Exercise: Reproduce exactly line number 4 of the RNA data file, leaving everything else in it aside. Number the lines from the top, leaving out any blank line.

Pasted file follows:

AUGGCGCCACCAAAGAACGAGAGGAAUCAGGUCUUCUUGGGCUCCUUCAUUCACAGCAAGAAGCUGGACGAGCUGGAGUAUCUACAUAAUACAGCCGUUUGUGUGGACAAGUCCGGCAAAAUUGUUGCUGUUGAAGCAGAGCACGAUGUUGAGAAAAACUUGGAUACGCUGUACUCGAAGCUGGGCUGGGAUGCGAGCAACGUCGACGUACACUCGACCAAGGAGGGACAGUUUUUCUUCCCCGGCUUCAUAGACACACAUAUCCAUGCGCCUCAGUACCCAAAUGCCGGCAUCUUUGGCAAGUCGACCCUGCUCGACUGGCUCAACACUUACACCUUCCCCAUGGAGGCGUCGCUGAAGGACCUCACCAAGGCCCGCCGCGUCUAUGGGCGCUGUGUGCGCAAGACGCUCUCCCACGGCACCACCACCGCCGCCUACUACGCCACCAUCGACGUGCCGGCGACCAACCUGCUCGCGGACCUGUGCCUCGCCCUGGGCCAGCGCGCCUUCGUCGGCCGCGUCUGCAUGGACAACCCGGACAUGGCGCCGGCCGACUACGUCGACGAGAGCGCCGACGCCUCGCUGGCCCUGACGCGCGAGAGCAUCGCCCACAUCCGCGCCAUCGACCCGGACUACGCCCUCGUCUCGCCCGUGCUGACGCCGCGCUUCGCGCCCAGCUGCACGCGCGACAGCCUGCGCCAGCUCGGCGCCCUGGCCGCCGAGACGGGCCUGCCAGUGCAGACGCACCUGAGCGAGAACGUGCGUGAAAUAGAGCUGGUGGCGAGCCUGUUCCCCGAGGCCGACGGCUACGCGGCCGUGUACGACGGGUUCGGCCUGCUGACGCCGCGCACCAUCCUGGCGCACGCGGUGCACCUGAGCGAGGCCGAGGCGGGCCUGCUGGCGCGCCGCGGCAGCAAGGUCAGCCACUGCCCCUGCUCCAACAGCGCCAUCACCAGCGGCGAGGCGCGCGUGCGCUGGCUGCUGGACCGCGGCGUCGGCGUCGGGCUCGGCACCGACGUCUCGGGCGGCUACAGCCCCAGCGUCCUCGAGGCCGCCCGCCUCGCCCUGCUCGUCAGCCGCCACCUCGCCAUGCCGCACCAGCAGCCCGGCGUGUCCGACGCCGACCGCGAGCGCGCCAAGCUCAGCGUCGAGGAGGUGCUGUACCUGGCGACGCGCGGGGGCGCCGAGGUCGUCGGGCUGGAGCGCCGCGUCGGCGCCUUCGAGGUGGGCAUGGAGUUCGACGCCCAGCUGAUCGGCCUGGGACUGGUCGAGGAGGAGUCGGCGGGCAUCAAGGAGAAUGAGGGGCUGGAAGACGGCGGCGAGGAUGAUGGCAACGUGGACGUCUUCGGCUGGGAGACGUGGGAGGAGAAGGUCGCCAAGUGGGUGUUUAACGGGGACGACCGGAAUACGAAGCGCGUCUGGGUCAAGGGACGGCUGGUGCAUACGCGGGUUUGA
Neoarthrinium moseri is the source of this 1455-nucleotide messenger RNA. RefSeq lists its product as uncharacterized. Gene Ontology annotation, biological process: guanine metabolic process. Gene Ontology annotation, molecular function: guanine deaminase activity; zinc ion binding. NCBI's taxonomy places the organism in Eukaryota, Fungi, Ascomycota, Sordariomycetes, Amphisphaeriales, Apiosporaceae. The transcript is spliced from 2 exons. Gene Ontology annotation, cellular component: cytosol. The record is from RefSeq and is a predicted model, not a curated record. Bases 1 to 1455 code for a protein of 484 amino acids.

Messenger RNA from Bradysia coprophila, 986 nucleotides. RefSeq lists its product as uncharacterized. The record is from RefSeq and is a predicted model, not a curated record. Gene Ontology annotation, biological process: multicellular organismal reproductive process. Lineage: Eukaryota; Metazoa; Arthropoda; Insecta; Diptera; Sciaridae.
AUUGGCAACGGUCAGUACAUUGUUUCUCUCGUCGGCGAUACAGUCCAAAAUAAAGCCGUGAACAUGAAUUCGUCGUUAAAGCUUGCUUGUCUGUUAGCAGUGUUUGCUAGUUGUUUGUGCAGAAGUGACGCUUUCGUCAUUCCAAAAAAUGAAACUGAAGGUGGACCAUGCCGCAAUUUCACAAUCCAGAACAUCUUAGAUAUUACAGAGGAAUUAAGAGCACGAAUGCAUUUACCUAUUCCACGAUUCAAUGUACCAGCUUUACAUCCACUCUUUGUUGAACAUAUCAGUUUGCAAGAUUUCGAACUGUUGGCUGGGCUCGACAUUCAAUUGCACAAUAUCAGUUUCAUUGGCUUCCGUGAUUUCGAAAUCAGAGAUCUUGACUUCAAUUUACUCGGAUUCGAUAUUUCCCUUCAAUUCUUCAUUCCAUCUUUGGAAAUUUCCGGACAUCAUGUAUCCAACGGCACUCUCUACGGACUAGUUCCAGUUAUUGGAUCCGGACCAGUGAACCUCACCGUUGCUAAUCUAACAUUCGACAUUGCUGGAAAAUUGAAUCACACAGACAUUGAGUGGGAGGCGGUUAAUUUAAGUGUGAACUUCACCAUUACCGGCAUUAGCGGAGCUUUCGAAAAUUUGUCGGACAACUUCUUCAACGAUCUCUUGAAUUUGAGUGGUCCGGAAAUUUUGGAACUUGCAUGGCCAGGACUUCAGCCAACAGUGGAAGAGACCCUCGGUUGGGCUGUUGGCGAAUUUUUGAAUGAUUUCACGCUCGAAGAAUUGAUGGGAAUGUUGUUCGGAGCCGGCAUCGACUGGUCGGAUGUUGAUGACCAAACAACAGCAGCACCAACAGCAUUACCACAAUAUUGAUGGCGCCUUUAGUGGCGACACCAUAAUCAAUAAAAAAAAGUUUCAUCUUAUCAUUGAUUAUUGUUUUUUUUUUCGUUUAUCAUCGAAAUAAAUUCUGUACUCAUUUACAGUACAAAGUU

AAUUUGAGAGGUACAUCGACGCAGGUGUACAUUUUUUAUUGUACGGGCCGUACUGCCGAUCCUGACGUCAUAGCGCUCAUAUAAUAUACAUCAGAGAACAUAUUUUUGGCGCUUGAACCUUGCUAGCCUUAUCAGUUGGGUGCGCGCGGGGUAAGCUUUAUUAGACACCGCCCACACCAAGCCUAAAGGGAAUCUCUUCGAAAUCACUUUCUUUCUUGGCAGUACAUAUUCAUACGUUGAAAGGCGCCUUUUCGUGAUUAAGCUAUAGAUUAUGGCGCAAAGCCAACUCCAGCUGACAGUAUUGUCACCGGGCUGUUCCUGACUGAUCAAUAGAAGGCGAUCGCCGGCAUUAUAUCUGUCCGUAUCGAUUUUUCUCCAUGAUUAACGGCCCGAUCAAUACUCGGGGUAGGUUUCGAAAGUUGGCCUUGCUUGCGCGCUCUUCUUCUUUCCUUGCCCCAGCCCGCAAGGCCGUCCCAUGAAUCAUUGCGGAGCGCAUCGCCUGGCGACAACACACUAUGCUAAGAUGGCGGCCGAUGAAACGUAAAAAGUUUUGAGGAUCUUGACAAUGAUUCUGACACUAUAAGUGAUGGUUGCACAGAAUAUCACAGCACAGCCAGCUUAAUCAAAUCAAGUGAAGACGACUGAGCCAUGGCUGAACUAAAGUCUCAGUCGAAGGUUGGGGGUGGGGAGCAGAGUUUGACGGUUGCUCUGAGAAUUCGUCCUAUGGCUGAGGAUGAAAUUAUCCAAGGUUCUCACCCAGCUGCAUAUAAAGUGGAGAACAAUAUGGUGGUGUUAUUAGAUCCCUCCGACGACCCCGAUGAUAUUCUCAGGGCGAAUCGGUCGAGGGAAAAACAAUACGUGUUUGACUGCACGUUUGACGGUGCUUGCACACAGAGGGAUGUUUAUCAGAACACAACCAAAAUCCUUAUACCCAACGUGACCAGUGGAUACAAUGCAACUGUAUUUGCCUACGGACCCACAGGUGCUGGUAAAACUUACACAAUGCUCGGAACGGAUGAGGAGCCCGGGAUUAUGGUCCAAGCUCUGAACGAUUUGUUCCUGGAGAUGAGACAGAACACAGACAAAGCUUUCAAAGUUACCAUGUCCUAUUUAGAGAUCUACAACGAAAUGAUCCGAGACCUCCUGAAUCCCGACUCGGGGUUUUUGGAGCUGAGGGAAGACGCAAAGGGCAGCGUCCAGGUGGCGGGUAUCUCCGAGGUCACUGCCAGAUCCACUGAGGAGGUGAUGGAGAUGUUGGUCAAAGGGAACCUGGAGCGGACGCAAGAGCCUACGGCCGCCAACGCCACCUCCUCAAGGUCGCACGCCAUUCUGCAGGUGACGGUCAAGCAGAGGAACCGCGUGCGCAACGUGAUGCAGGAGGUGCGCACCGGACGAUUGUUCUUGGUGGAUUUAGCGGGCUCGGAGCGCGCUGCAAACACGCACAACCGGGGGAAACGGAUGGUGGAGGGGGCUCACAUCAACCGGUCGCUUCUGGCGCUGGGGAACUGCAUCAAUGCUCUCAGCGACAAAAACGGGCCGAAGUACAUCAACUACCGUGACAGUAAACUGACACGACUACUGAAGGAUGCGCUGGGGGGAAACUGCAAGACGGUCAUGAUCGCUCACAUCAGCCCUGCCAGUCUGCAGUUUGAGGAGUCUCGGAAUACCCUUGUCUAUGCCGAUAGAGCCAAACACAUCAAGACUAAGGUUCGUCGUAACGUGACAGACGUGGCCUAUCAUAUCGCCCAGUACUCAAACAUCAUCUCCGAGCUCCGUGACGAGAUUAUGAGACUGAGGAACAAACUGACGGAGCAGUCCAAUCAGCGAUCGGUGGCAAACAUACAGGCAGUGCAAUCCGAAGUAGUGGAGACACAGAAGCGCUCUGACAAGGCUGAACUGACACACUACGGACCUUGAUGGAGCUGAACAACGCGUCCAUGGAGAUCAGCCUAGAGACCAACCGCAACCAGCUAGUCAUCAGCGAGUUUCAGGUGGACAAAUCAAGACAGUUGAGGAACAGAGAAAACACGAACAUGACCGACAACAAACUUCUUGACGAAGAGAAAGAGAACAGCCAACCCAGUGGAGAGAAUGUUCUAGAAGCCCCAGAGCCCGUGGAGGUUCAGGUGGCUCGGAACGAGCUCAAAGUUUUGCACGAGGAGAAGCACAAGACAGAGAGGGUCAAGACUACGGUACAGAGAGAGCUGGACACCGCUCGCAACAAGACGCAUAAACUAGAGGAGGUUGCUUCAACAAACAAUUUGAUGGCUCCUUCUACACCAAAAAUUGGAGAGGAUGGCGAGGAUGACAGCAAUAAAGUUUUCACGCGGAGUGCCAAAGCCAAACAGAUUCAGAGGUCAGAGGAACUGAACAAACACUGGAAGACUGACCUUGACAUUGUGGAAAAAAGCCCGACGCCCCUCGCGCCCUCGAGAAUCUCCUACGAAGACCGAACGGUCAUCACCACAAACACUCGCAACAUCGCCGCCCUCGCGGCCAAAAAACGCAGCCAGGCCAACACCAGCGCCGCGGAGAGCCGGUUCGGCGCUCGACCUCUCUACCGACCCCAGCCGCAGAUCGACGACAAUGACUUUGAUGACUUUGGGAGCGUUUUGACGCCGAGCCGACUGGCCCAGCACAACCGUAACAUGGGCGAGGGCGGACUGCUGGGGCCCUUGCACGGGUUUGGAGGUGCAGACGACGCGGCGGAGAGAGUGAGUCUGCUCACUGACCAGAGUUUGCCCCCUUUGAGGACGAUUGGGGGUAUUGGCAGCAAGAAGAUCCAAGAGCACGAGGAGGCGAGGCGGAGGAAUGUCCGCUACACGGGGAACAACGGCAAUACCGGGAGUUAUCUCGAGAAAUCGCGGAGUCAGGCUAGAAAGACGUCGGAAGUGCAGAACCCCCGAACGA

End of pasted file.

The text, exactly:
AUUGGCAACGGUCAGUACAUUGUUUCUCUCGUCGGCGAUACAGUCCAAAAUAAAGCCGUGAACAUGAAUUCGUCGUUAAAGCUUGCUUGUCUGUUAGCAGUGUUUGCUAGUUGUUUGUGCAGAAGUGACGCUUUCGUCAUUCCAAAAAAUGAAACUGAAGGUGGACCAUGCCGCAAUUUCACAAUCCAGAACAUCUUAGAUAUUACAGAGGAAUUAAGAGCACGAAUGCAUUUACCUAUUCCACGAUUCAAUGUACCAGCUUUACAUCCACUCUUUGUUGAACAUAUCAGUUUGCAAGAUUUCGAACUGUUGGCUGGGCUCGACAUUCAAUUGCACAAUAUCAGUUUCAUUGGCUUCCGUGAUUUCGAAAUCAGAGAUCUUGACUUCAAUUUACUCGGAUUCGAUAUUUCCCUUCAAUUCUUCAUUCCAUCUUUGGAAAUUUCCGGACAUCAUGUAUCCAACGGCACUCUCUACGGACUAGUUCCAGUUAUUGGAUCCGGACCAGUGAACCUCACCGUUGCUAAUCUAACAUUCGACAUUGCUGGAAAAUUGAAUCACACAGACAUUGAGUGGGAGGCGGUUAAUUUAAGUGUGAACUUCACCAUUACCGGCAUUAGCGGAGCUUUCGAAAAUUUGUCGGACAACUUCUUCAACGAUCUCUUGAAUUUGAGUGGUCCGGAAAUUUUGGAACUUGCAUGGCCAGGACUUCAGCCAACAGUGGAAGAGACCCUCGGUUGGGCUGUUGGCGAAUUUUUGAAUGAUUUCACGCUCGAAGAAUUGAUGGGAAUGUUGUUCGGAGCCGGCAUCGACUGGUCGGAUGUUGAUGACCAAACAACAGCAGCACCAACAGCAUUACCACAAUAUUGAUGGCGCCUUUAGUGGCGACACCAUAAUCAAUAAAAAAAAGUUUCAUCUUAUCAUUGAUUAUUGUUUUUUUUUUCGUUUAUCAUCGAAAUAAAUUCUGUACUCAUUUACAGUACAAAGUU